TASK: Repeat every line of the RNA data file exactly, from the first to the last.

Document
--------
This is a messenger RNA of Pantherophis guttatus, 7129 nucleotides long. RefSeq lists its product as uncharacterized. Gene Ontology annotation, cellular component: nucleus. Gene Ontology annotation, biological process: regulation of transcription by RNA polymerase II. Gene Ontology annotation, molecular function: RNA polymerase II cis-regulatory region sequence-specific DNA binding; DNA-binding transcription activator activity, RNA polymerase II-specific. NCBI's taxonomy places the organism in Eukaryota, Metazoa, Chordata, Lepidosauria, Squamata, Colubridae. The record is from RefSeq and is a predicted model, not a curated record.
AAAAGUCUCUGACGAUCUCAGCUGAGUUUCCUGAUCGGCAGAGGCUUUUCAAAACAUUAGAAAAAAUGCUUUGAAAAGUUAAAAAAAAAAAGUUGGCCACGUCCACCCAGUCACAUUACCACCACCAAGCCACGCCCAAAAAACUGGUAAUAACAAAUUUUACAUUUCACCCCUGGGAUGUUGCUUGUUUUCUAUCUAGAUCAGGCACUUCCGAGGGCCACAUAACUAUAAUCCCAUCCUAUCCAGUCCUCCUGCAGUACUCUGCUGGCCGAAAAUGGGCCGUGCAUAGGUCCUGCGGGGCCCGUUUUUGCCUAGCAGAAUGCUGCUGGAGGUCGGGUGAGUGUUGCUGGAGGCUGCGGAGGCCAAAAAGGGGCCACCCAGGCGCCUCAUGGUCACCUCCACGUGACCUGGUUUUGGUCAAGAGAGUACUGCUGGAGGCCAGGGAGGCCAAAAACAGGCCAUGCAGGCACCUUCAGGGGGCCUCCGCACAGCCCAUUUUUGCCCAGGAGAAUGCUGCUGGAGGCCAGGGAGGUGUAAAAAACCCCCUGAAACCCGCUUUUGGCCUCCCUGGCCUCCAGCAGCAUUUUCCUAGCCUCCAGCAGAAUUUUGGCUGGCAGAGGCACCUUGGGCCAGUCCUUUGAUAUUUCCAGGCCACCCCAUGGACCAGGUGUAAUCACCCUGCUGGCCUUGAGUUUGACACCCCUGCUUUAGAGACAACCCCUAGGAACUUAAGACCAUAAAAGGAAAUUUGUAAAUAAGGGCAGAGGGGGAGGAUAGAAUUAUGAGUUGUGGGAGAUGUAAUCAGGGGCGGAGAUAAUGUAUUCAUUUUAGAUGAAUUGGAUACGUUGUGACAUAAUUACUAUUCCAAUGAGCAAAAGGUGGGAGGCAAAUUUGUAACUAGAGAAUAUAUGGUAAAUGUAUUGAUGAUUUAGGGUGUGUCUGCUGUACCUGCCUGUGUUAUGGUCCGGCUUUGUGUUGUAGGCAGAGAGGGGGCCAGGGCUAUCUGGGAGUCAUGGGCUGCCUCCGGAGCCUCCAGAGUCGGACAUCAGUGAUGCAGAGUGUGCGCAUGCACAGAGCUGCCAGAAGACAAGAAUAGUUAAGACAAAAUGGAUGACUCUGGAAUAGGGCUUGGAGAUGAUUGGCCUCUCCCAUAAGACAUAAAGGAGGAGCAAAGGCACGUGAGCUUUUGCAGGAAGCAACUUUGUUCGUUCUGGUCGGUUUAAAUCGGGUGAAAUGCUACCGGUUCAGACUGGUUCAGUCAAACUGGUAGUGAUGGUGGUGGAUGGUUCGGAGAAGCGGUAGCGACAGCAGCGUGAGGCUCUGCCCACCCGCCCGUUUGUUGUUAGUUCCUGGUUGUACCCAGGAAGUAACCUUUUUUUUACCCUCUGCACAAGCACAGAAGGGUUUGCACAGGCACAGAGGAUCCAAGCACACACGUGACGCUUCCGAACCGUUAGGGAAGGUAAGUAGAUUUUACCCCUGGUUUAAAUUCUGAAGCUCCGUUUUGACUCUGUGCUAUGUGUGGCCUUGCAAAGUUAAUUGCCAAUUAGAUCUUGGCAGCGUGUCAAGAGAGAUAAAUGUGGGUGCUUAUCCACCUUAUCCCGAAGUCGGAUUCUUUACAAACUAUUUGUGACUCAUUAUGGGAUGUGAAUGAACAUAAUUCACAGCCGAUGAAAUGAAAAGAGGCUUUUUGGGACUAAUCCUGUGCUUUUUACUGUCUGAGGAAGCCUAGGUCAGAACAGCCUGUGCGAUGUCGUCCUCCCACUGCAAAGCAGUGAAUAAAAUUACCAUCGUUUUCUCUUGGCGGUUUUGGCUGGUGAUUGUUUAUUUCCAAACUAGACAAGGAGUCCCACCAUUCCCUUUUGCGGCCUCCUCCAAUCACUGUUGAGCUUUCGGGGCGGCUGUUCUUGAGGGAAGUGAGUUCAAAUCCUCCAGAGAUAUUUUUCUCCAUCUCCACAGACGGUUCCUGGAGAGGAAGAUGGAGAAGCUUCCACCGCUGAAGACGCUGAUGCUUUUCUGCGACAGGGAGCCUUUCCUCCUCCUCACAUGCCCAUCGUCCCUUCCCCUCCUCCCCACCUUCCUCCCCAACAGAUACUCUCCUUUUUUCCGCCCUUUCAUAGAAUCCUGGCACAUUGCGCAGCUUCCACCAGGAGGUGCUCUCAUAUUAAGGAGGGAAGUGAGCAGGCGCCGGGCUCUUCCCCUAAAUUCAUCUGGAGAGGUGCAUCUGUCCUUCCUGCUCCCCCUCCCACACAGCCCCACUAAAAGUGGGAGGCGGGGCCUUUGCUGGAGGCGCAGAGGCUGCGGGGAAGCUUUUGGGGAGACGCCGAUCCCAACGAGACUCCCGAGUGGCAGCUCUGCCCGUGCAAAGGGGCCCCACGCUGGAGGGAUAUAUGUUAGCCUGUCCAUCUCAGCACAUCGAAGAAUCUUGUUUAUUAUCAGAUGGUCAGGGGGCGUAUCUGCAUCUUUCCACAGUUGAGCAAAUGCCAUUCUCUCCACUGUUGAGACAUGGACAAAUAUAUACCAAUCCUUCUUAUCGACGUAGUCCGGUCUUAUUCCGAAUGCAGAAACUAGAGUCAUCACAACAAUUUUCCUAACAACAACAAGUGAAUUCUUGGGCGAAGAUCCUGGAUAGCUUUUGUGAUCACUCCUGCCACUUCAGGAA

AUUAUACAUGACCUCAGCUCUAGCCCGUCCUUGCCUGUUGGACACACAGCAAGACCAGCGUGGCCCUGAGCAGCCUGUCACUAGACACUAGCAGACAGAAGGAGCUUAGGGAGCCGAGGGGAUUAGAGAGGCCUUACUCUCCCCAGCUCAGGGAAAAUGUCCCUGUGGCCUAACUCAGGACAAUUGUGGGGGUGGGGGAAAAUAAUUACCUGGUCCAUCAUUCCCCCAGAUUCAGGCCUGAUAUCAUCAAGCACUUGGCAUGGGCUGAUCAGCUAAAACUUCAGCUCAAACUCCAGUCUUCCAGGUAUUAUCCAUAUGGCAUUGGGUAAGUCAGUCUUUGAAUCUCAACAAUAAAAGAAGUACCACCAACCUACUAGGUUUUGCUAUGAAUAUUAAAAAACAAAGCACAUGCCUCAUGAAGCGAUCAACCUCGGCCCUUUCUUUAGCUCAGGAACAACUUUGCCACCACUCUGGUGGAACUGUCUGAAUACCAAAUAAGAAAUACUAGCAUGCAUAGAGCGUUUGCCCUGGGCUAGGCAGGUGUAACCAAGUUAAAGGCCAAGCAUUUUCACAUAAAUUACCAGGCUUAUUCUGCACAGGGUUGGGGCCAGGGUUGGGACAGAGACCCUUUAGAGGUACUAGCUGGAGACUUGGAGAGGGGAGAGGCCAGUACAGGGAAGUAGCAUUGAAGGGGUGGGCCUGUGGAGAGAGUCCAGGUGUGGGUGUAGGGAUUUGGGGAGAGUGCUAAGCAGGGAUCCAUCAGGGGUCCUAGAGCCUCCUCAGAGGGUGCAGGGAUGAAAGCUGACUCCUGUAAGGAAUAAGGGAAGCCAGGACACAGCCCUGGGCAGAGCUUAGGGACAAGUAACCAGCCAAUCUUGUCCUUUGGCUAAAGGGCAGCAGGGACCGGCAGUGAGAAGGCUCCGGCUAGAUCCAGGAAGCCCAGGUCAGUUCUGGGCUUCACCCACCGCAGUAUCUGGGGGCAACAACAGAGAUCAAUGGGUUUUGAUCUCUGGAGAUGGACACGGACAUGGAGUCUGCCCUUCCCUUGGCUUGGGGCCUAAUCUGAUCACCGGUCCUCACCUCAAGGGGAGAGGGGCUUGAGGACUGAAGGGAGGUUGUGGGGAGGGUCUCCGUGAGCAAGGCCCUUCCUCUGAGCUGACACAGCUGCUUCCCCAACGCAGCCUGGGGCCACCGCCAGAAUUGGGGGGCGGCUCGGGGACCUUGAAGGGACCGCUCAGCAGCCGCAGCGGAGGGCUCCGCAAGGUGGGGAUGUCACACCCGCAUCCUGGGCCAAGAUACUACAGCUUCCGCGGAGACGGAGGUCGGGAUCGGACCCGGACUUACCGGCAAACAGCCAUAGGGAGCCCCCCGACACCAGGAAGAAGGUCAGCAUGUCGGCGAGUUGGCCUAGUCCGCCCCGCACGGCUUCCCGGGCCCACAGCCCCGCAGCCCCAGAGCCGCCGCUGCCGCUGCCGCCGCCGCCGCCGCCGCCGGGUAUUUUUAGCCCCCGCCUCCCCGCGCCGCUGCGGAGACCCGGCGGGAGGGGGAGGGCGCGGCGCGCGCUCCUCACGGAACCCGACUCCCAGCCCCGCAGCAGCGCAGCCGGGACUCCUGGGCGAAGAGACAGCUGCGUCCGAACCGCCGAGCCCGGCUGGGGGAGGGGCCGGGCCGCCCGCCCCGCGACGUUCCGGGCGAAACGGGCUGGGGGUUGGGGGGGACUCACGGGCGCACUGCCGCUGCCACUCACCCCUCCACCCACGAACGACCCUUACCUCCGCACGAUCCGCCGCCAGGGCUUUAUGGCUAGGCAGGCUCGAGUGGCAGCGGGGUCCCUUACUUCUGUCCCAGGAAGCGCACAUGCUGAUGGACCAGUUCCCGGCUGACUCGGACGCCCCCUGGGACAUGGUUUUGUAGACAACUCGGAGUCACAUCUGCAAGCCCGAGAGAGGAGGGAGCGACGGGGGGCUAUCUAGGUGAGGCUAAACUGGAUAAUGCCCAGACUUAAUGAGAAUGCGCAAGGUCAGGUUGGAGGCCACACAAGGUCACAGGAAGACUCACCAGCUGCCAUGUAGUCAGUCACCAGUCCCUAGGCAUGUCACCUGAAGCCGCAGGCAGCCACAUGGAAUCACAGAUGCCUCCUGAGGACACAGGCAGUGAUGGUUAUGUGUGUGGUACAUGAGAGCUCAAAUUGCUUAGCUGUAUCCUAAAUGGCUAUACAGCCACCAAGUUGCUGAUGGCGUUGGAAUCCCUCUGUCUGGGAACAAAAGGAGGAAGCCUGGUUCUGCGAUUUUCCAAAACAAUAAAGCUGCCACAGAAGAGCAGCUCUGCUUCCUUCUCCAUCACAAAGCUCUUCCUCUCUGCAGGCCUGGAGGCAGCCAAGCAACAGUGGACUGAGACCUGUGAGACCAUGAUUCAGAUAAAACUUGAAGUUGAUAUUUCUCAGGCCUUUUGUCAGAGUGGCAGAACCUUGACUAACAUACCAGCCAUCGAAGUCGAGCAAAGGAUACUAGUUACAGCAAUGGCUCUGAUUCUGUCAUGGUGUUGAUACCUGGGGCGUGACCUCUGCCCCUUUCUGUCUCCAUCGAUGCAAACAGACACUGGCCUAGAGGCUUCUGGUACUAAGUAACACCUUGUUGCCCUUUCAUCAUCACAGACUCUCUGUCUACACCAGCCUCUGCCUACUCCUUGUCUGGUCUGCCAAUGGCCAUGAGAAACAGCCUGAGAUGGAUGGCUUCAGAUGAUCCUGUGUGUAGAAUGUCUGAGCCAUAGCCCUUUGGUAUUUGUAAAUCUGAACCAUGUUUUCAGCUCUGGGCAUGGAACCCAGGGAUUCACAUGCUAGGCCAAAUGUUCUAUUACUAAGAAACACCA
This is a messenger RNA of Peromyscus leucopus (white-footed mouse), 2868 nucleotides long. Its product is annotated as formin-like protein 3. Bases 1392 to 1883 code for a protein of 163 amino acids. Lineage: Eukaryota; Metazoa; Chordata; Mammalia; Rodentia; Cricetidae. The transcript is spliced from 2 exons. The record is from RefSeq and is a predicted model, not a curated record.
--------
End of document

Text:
This is a messenger RNA of Pantherophis guttatus, 7129 nucleotides long. RefSeq lists its product as uncharacterized. Gene Ontology annotation, cellular component: nucleus. Gene Ontology annotation, biological process: regulation of transcription by RNA polymerase II. Gene Ontology annotation, molecular function: RNA polymerase II cis-regulatory region sequence-specific DNA binding; DNA-binding transcription activator activity, RNA polymerase II-specific. NCBI's taxonomy places the organism in Eukaryota, Metazoa, Chordata, Lepidosauria, Squamata, Colubridae. The record is from RefSeq and is a predicted model, not a curated record.
AAAAGUCUCUGACGAUCUCAGCUGAGUUUCCUGAUCGGCAGAGGCUUUUCAAAACAUUAGAAAAAAUGCUUUGAAAAGUUAAAAAAAAAAAGUUGGCCACGUCCACCCAGUCACAUUACCACCACCAAGCCACGCCCAAAAAACUGGUAAUAACAAAUUUUACAUUUCACCCCUGGGAUGUUGCUUGUUUUCUAUCUAGAUCAGGCACUUCCGAGGGCCACAUAACUAUAAUCCCAUCCUAUCCAGUCCUCCUGCAGUACUCUGCUGGCCGAAAAUGGGCCGUGCAUAGGUCCUGCGGGGCCCGUUUUUGCCUAGCAGAAUGCUGCUGGAGGUCGGGUGAGUGUUGCUGGAGGCUGCGGAGGCCAAAAAGGGGCCACCCAGGCGCCUCAUGGUCACCUCCACGUGACCUGGUUUUGGUCAAGAGAGUACUGCUGGAGGCCAGGGAGGCCAAAAACAGGCCAUGCAGGCACCUUCAGGGGGCCUCCGCACAGCCCAUUUUUGCCCAGGAGAAUGCUGCUGGAGGCCAGGGAGGUGUAAAAAACCCCCUGAAACCCGCUUUUGGCCUCCCUGGCCUCCAGCAGCAUUUUCCUAGCCUCCAGCAGAAUUUUGGCUGGCAGAGGCACCUUGGGCCAGUCCUUUGAUAUUUCCAGGCCACCCCAUGGACCAGGUGUAAUCACCCUGCUGGCCUUGAGUUUGACACCCCUGCUUUAGAGACAACCCCUAGGAACUUAAGACCAUAAAAGGAAAUUUGUAAAUAAGGGCAGAGGGGGAGGAUAGAAUUAUGAGUUGUGGGAGAUGUAAUCAGGGGCGGAGAUAAUGUAUUCAUUUUAGAUGAAUUGGAUACGUUGUGACAUAAUUACUAUUCCAAUGAGCAAAAGGUGGGAGGCAAAUUUGUAACUAGAGAAUAUAUGGUAAAUGUAUUGAUGAUUUAGGGUGUGUCUGCUGUACCUGCCUGUGUUAUGGUCCGGCUUUGUGUUGUAGGCAGAGAGGGGGCCAGGGCUAUCUGGGAGUCAUGGGCUGCCUCCGGAGCCUCCAGAGUCGGACAUCAGUGAUGCAGAGUGUGCGCAUGCACAGAGCUGCCAGAAGACAAGAAUAGUUAAGACAAAAUGGAUGACUCUGGAAUAGGGCUUGGAGAUGAUUGGCCUCUCCCAUAAGACAUAAAGGAGGAGCAAAGGCACGUGAGCUUUUGCAGGAAGCAACUUUGUUCGUUCUGGUCGGUUUAAAUCGGGUGAAAUGCUACCGGUUCAGACUGGUUCAGUCAAACUGGUAGUGAUGGUGGUGGAUGGUUCGGAGAAGCGGUAGCGACAGCAGCGUGAGGCUCUGCCCACCCGCCCGUUUGUUGUUAGUUCCUGGUUGUACCCAGGAAGUAACCUUUUUUUUACCCUCUGCACAAGCACAGAAGGGUUUGCACAGGCACAGAGGAUCCAAGCACACACGUGACGCUUCCGAACCGUUAGGGAAGGUAAGUAGAUUUUACCCCUGGUUUAAAUUCUGAAGCUCCGUUUUGACUCUGUGCUAUGUGUGGCCUUGCAAAGUUAAUUGCCAAUUAGAUCUUGGCAGCGUGUCAAGAGAGAUAAAUGUGGGUGCUUAUCCACCUUAUCCCGAAGUCGGAUUCUUUACAAACUAUUUGUGACUCAUUAUGGGAUGUGAAUGAACAUAAUUCACAGCCGAUGAAAUGAAAAGAGGCUUUUUGGGACUAAUCCUGUGCUUUUUACUGUCUGAGGAAGCCUAGGUCAGAACAGCCUGUGCGAUGUCGUCCUCCCACUGCAAAGCAGUGAAUAAAAUUACCAUCGUUUUCUCUUGGCGGUUUUGGCUGGUGAUUGUUUAUUUCCAAACUAGACAAGGAGUCCCACCAUUCCCUUUUGCGGCCUCCUCCAAUCACUGUUGAGCUUUCGGGGCGGCUGUUCUUGAGGGAAGUGAGUUCAAAUCCUCCAGAGAUAUUUUUCUCCAUCUCCACAGACGGUUCCUGGAGAGGAAGAUGGAGAAGCUUCCACCGCUGAAGACGCUGAUGCUUUUCUGCGACAGGGAGCCUUUCCUCCUCCUCACAUGCCCAUCGUCCCUUCCCCUCCUCCCCACCUUCCUCCCCAACAGAUACUCUCCUUUUUUCCGCCCUUUCAUAGAAUCCUGGCACAUUGCGCAGCUUCCACCAGGAGGUGCUCUCAUAUUAAGGAGGGAAGUGAGCAGGCGCCGGGCUCUUCCCCUAAAUUCAUCUGGAGAGGUGCAUCUGUCCUUCCUGCUCCCCCUCCCACACAGCCCCACUAAAAGUGGGAGGCGGGGCCUUUGCUGGAGGCGCAGAGGCUGCGGGGAAGCUUUUGGGGAGACGCCGAUCCCAACGAGACUCCCGAGUGGCAGCUCUGCCCGUGCAAAGGGGCCCCACGCUGGAGGGAUAUAUGUUAGCCUGUCCAUCUCAGCACAUCGAAGAAUCUUGUUUAUUAUCAGAUGGUCAGGGGGCGUAUCUGCAUCUUUCCACAGUUGAGCAAAUGCCAUUCUCUCCACUGUUGAGACAUGGACAAAUAUAUACCAAUCCUUCUUAUCGACGUAGUCCGGUCUUAUUCCGAAUGCAGAAACUAGAGUCAUCACAACAAUUUUCCUAACAACAACAAGUGAAUUCUUGGGCGAAGAUCCUGGAUAGCUUUUGUGAUCACUCCUGCCACUUCAGGAA

AUUAUACAUGACCUCAGCUCUAGCCCGUCCUUGCCUGUUGGACACACAGCAAGACCAGCGUGGCCCUGAGCAGCCUGUCACUAGACACUAGCAGACAGAAGGAGCUUAGGGAGCCGAGGGGAUUAGAGAGGCCUUACUCUCCCCAGCUCAGGGAAAAUGUCCCUGUGGCCUAACUCAGGACAAUUGUGGGGGUGGGGGAAAAUAAUUACCUGGUCCAUCAUUCCCCCAGAUUCAGGCCUGAUAUCAUCAAGCACUUGGCAUGGGCUGAUCAGCUAAAACUUCAGCUCAAACUCCAGUCUUCCAGGUAUUAUCCAUAUGGCAUUGGGUAAGUCAGUCUUUGAAUCUCAACAAUAAAAGAAGUACCACCAACCUACUAGGUUUUGCUAUGAAUAUUAAAAAACAAAGCACAUGCCUCAUGAAGCGAUCAACCUCGGCCCUUUCUUUAGCUCAGGAACAACUUUGCCACCACUCUGGUGGAACUGUCUGAAUACCAAAUAAGAAAUACUAGCAUGCAUAGAGCGUUUGCCCUGGGCUAGGCAGGUGUAACCAAGUUAAAGGCCAAGCAUUUUCACAUAAAUUACCAGGCUUAUUCUGCACAGGGUUGGGGCCAGGGUUGGGACAGAGACCCUUUAGAGGUACUAGCUGGAGACUUGGAGAGGGGAGAGGCCAGUACAGGGAAGUAGCAUUGAAGGGGUGGGCCUGUGGAGAGAGUCCAGGUGUGGGUGUAGGGAUUUGGGGAGAGUGCUAAGCAGGGAUCCAUCAGGGGUCCUAGAGCCUCCUCAGAGGGUGCAGGGAUGAAAGCUGACUCCUGUAAGGAAUAAGGGAAGCCAGGACACAGCCCUGGGCAGAGCUUAGGGACAAGUAACCAGCCAAUCUUGUCCUUUGGCUAAAGGGCAGCAGGGACCGGCAGUGAGAAGGCUCCGGCUAGAUCCAGGAAGCCCAGGUCAGUUCUGGGCUUCACCCACCGCAGUAUCUGGGGGCAACAACAGAGAUCAAUGGGUUUUGAUCUCUGGAGAUGGACACGGACAUGGAGUCUGCCCUUCCCUUGGCUUGGGGCCUAAUCUGAUCACCGGUCCUCACCUCAAGGGGAGAGGGGCUUGAGGACUGAAGGGAGGUUGUGGGGAGGGUCUCCGUGAGCAAGGCCCUUCCUCUGAGCUGACACAGCUGCUUCCCCAACGCAGCCUGGGGCCACCGCCAGAAUUGGGGGGCGGCUCGGGGACCUUGAAGGGACCGCUCAGCAGCCGCAGCGGAGGGCUCCGCAAGGUGGGGAUGUCACACCCGCAUCCUGGGCCAAGAUACUACAGCUUCCGCGGAGACGGAGGUCGGGAUCGGACCCGGACUUACCGGCAAACAGCCAUAGGGAGCCCCCCGACACCAGGAAGAAGGUCAGCAUGUCGGCGAGUUGGCCUAGUCCGCCCCGCACGGCUUCCCGGGCCCACAGCCCCGCAGCCCCAGAGCCGCCGCUGCCGCUGCCGCCGCCGCCGCCGCCGCCGGGUAUUUUUAGCCCCCGCCUCCCCGCGCCGCUGCGGAGACCCGGCGGGAGGGGGAGGGCGCGGCGCGCGCUCCUCACGGAACCCGACUCCCAGCCCCGCAGCAGCGCAGCCGGGACUCCUGGGCGAAGAGACAGCUGCGUCCGAACCGCCGAGCCCGGCUGGGGGAGGGGCCGGGCCGCCCGCCCCGCGACGUUCCGGGCGAAACGGGCUGGGGGUUGGGGGGGACUCACGGGCGCACUGCCGCUGCCACUCACCCCUCCACCCACGAACGACCCUUACCUCCGCACGAUCCGCCGCCAGGGCUUUAUGGCUAGGCAGGCUCGAGUGGCAGCGGGGUCCCUUACUUCUGUCCCAGGAAGCGCACAUGCUGAUGGACCAGUUCCCGGCUGACUCGGACGCCCCCUGGGACAUGGUUUUGUAGACAACUCGGAGUCACAUCUGCAAGCCCGAGAGAGGAGGGAGCGACGGGGGGCUAUCUAGGUGAGGCUAAACUGGAUAAUGCCCAGACUUAAUGAGAAUGCGCAAGGUCAGGUUGGAGGCCACACAAGGUCACAGGAAGACUCACCAGCUGCCAUGUAGUCAGUCACCAGUCCCUAGGCAUGUCACCUGAAGCCGCAGGCAGCCACAUGGAAUCACAGAUGCCUCCUGAGGACACAGGCAGUGAUGGUUAUGUGUGUGGUACAUGAGAGCUCAAAUUGCUUAGCUGUAUCCUAAAUGGCUAUACAGCCACCAAGUUGCUGAUGGCGUUGGAAUCCCUCUGUCUGGGAACAAAAGGAGGAAGCCUGGUUCUGCGAUUUUCCAAAACAAUAAAGCUGCCACAGAAGAGCAGCUCUGCUUCCUUCUCCAUCACAAAGCUCUUCCUCUCUGCAGGCCUGGAGGCAGCCAAGCAACAGUGGACUGAGACCUGUGAGACCAUGAUUCAGAUAAAACUUGAAGUUGAUAUUUCUCAGGCCUUUUGUCAGAGUGGCAGAACCUUGACUAACAUACCAGCCAUCGAAGUCGAGCAAAGGAUACUAGUUACAGCAAUGGCUCUGAUUCUGUCAUGGUGUUGAUACCUGGGGCGUGACCUCUGCCCCUUUCUGUCUCCAUCGAUGCAAACAGACACUGGCCUAGAGGCUUCUGGUACUAAGUAACACCUUGUUGCCCUUUCAUCAUCACAGACUCUCUGUCUACACCAGCCUCUGCCUACUCCUUGUCUGGUCUGCCAAUGGCCAUGAGAAACAGCCUGAGAUGGAUGGCUUCAGAUGAUCCUGUGUGUAGAAUGUCUGAGCCAUAGCCCUUUGGUAUUUGUAAAUCUGAACCAUGUUUUCAGCUCUGGGCAUGGAACCCAGGGAUUCACAUGCUAGGCCAAAUGUUCUAUUACUAAGAAACACCA
This is a messenger RNA of Peromyscus leucopus (white-footed mouse), 2868 nucleotides long. Its product is annotated as formin-like protein 3. Bases 1392 to 1883 code for a protein of 163 amino acids. Lineage: Eukaryota; Metazoa; Chordata; Mammalia; Rodentia; Cricetidae. The transcript is spliced from 2 exons. The record is from RefSeq and is a predicted model, not a curated record.